I've finally convinced my girlfriend that learning to program is an essential skill for getting a good job. Personally, I have done a lot of work with a lot of languages and I think that Java offers enough features (OO for one) and prevents enough headaches (pointers!) that it makes a good starter language.
Now, I'd like to find a book for her to use as a tutorial, but I haven't found any that meet what I'm looking for. The ideal book would be:
-For true beginners. There should be no expectation of understanding even what a language or a compiler is. A book that starts with basic definitions and builds up would be great. She was asking me the other day about the difference between code, programs, and applications, if that gives you any idea.
-Actually useful. I've looked at the "For Dummies" books in the past and they seem a bit shallow. I don't think that even if you followed a For Dummies from cover to cover that you would really understand programming.
-Purely Object Oriented. I've seen a few books that introduce languages like C++ and Java with a functional approach and then a OO approach. For her purposes, OO is ideal and if she never has to learn what the "static" keyword is for, then great.
Frankly, it is difficult to learn programming AND OO concepts AND Java from a single book. For a beginner with absolutely no background, I would suggest below books:
1) Head First Programming (Griffiths et. al.)
2) Head First Object-Oriented Analysis and Design (McLaughlin et. al.)
3) Head First Java (Sierra et. al.)
Most importantly, programming is like mathematics. We learn concepts by reading book, but we become good at it only by solving problems.
On another note, someday, she'll have to learn what 'static' keyword is for
Are you sure this is a good idea? It sounds kind of like it's your idea that your girlfriend should learn to program, not hers. And have you considered giving her an easier route in by starting with Python instead? It's widely taught as a first programming language in schools, universities and even big tech companies like Google. It's object oriented, but it's dynamically typed and interpreted, so the syntax is much easier to get started with and you don't have to worry about dealing with compilers etc. There are huge numbers of high quality libraries available for Python, so you can do pretty much anything with it, and it's widely used in science, industry and commerce - I'm seeing more and more Python jobs coming up in the financial sector for example.
Because of its popularity as a learner's language, there are lots of books and free learning materials for Python. Here's just a few examples:
Think Python - free online edition of a well-known introductory book on Python.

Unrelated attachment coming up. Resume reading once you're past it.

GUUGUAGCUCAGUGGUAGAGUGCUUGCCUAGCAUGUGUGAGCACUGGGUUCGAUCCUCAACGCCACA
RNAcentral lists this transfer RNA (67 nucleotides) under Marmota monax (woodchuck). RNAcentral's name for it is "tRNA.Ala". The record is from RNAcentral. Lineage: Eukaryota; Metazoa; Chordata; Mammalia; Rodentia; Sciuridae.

Hello World! - a fun book "written in language a 12-year-old can follow, but anyone who wants to learn how to program a computer can use it. Even adults."
Head First Python - a great introduction to Python that covers a lot of ground in the distinctive Head First style.
O'Reilly Python Programming 1 - not free (costs about $500), but a very good, well-structured course with lots of practical work and your own tutor to provide feedback and answer questions.
FWIW, I think Python is a much better language for learners than Java, while still allowing you to acquire solid programming skills that can be applied in the real world. It allows you to make things happen quickly, tinker with your code in a REPL-like environment, and develop your skills in OO programming without all the cruft associated with Java. If you already know Python, then you're in an ideal position to help her - and if you don't know Python, it will probably be more fun for you both to be learning together (and share the pain ).
You're taking on quite a challenge here. Lots of very clever people simply don't get programming, and lots of clever people can't teach the stuff they know either (teaching is just as specialised a skill as programming), so you'll need to tread carefully and look out for positive ways to help your girlfriend work through the difficulties. But if she enjoys writing her first few programs in Python, as many people do because it's so easy to get started, then she's more likely to want to continue. Eventually, she may want to apply her OO Python knowledge in learning Java, or she may want to leapfrog Java and use her dynamic Python knowledge to get into the cool new dynamic languages on the JVM platform - she may even end up ahead of you on the tech adoption curve! If she decides not to take it further, she'll still have learned the basics of a useful programming language that can be used very easily for all kinds of ad hoc tasks on pretty much any platform.
Anyway, good luck to both of you - you're going to need it!
No more Blub for me, thank you, Vicar.
posted 7 years ago
Thanks for all of the excellent replies.
Chris, I hadn't even thought about Python, since I don't use it in my daily work, but that's a great idea and I think you're right.
To everyone else who's worried about me losing my relationship, I should have started my request with "My gf is finally convinced to learn a programming language" instead of "I finally convinced her...". This is her call, but she doesn't want to be overwhelmed.
posted 7 years ago
It is still probably best to get somebody else to teach her.
What I don't understand is how they changed the earth's orbit to fit the metric calendar. Tiny ad: